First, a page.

Roadkill artist wants his works to take stigma out of death
Aidan Corcoran uses the carcasses of bats, geese, cats, dogs, deer, a seal, insects and even a peacock that he and friends ate.
An artist who uses roadkill and carcasses of animals as props in his work says he hopes the public will look at death in a more lighthearted way.
Aidan Corcoran, 43, aka The Roadkill Re-animator, opened an exhibition in Co Kildare this week in a disused medical surgery.
The art on display features the carcasses of bats, geese, cats, dogs, deer, a seal, insects and even a peacock that Corcoran said he ate with friends before using as a prop.
“In essence the work is an opportunity to look at death and the macabre in a different way and a bit more light-hearted than usual,” Corcoran said.
“To see the beauty all around us, beauty is about our attitude towards things as well as the work itself.”
Corcoran said he first got the idea when he found a deer that had died after becoming stuck in a fence. He skinned it and made a mask from the skeleton.
“I thought this animal was dying for a stupid reason, a man-made reason, and that we should put it to good use.
“We used as much of it as we possibly could, and this got me started on this idea of using dead animals.
“A lot of things are being killed every day and no one thinks about it and I thought I’d use that as a way of providing an opportunity to question the impact of our lives and relationship with death.”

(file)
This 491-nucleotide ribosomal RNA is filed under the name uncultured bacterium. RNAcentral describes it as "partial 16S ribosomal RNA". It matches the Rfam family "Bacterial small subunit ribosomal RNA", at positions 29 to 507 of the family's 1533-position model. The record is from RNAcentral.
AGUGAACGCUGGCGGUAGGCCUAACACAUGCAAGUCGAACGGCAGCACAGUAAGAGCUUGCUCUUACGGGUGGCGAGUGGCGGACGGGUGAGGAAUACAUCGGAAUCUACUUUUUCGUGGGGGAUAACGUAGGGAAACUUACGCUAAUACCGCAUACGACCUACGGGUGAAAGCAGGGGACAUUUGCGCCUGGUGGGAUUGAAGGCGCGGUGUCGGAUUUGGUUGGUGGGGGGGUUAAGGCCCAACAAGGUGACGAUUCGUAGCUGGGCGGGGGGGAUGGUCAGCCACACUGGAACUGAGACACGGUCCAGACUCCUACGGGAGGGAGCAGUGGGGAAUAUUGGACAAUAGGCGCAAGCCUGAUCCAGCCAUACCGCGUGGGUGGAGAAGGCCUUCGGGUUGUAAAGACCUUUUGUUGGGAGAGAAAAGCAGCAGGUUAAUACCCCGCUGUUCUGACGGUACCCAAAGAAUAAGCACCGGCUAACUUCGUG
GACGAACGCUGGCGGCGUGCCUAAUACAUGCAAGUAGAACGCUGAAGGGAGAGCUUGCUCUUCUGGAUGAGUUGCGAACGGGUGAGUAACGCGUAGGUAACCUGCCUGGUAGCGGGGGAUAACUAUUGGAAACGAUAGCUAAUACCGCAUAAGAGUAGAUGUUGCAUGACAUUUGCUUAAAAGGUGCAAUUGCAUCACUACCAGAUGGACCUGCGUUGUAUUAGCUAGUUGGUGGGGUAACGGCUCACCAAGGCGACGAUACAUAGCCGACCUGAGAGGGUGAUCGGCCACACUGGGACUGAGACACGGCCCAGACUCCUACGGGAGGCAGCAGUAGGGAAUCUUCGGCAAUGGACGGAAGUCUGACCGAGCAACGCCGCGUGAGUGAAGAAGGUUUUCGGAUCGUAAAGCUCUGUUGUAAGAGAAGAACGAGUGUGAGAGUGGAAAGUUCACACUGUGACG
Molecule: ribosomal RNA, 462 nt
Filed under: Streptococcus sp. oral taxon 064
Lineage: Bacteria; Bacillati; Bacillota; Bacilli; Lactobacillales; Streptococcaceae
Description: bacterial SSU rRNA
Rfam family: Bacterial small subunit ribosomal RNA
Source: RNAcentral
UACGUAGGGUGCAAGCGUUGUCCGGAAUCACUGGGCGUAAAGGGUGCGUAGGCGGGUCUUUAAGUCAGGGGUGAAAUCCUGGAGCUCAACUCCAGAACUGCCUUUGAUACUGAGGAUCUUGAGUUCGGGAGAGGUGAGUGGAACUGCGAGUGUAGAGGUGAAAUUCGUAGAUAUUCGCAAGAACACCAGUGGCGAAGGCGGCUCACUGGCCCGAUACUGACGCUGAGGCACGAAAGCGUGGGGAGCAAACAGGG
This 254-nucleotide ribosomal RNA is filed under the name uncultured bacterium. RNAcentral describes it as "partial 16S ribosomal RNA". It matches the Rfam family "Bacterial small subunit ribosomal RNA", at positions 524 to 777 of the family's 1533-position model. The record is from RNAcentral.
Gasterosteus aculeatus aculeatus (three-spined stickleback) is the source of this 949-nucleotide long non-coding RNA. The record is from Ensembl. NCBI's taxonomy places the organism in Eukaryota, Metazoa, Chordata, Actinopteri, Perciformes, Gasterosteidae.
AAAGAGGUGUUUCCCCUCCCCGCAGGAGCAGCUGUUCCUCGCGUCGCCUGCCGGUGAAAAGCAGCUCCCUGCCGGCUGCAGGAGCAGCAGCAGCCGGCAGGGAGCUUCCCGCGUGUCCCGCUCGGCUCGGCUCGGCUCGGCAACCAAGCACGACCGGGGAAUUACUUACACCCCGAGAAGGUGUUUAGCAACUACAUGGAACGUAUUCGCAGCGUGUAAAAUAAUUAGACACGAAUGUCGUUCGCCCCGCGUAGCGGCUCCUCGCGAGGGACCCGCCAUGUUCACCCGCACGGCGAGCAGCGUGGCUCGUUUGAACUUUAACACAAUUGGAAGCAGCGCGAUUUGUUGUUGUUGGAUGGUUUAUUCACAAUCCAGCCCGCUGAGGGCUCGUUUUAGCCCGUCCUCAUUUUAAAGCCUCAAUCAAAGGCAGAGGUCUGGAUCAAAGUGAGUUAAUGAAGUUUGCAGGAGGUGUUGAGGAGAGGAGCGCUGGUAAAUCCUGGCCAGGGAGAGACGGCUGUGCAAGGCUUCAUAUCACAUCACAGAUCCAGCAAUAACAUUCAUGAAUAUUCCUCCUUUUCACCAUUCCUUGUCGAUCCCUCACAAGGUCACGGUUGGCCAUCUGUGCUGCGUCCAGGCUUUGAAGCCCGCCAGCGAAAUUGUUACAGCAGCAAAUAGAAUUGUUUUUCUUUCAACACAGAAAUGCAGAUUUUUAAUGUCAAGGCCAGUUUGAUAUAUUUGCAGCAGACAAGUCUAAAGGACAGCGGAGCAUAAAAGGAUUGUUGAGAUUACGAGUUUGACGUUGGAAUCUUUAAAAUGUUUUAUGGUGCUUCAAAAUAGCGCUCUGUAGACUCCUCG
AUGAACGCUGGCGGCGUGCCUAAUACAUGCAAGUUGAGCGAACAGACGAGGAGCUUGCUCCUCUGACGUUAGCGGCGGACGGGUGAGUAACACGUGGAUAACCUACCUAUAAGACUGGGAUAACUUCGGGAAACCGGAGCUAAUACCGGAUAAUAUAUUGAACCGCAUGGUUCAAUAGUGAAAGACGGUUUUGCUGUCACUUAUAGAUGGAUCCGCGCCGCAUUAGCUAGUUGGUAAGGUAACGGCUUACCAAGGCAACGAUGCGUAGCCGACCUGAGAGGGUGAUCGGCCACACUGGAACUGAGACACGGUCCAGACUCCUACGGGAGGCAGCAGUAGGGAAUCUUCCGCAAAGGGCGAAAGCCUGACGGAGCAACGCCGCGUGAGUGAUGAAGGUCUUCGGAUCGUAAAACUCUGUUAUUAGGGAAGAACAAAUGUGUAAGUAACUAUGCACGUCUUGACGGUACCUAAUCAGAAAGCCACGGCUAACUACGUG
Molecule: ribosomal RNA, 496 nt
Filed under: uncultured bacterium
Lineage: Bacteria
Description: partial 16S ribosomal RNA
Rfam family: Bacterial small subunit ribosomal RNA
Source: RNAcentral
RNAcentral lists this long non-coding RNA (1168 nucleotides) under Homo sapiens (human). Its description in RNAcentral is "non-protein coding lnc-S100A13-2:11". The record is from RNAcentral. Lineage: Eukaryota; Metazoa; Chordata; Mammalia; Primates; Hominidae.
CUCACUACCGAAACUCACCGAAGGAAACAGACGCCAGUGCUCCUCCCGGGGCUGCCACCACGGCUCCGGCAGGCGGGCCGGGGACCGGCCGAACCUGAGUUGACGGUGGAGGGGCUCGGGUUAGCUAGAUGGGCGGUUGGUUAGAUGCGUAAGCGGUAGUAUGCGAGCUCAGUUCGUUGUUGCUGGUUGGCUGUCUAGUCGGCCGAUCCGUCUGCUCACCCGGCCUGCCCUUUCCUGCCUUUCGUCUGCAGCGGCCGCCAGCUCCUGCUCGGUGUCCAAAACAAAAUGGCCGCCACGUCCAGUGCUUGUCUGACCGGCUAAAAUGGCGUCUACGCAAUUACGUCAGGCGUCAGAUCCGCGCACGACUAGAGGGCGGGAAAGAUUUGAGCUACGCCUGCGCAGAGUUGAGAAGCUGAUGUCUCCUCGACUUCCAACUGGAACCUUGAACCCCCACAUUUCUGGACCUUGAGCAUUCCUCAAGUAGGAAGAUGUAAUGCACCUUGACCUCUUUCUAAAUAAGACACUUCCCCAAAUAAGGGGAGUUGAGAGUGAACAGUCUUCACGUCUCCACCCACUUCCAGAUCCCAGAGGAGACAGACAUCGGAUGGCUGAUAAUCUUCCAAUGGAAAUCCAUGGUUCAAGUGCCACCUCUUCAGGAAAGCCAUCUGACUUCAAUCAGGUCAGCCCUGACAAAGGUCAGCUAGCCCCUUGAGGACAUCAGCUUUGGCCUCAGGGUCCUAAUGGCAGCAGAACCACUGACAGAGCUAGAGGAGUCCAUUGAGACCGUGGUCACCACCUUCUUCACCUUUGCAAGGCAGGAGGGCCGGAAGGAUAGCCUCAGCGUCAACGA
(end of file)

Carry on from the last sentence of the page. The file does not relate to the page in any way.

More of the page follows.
Corcoran is keen to point out that the animals are never killed for his art, but die first of natural causes.
“The peacock was raised by a friend who used to breed turkeys and had a few peacocks. When the peacock died, it was eaten by myself and a few friends of mine, and I put the carcass to good use.
“I don’t ever kill anything for the work; its all salvaged.
“The cats are both roadkill that I picked up side of the road. Sometimes I find them, or often people will find something and pass it on to me.
One exhibition piece is a little ship with a crew of baby bats, found by a friend of mine who restores old buildings.
“Another roofer friend of mine gave me some mummified pigeons he’d found,” he said.
Some of the work is staged, with the animal skeletons put together in vignettes and arrangements to show the “mechanics of biology” or send a wider message.
“I work with mostly bones because of the elegance of them. I like the fact that there’s a sort of visceral nature, you can’t escape the fact that the thing is not alive.
“Taxidermy is costume, a different type of fantasy, and I’m fascinated by the mechanics of life in that way,” he said.
The exhibition Dark Nouveaux runs at the Old Medical Centre as part of the Dare To Visit Kildare Halloween festival, and Corcoran says the public reaction so far has been very welcoming.
“I’ve had a very good reaction. People really like it, it’s not threatening, macabre in some ways, but I think the comedy element means it’s not unsettling.
“The work is not intended to be scary, but dark and fascinating.”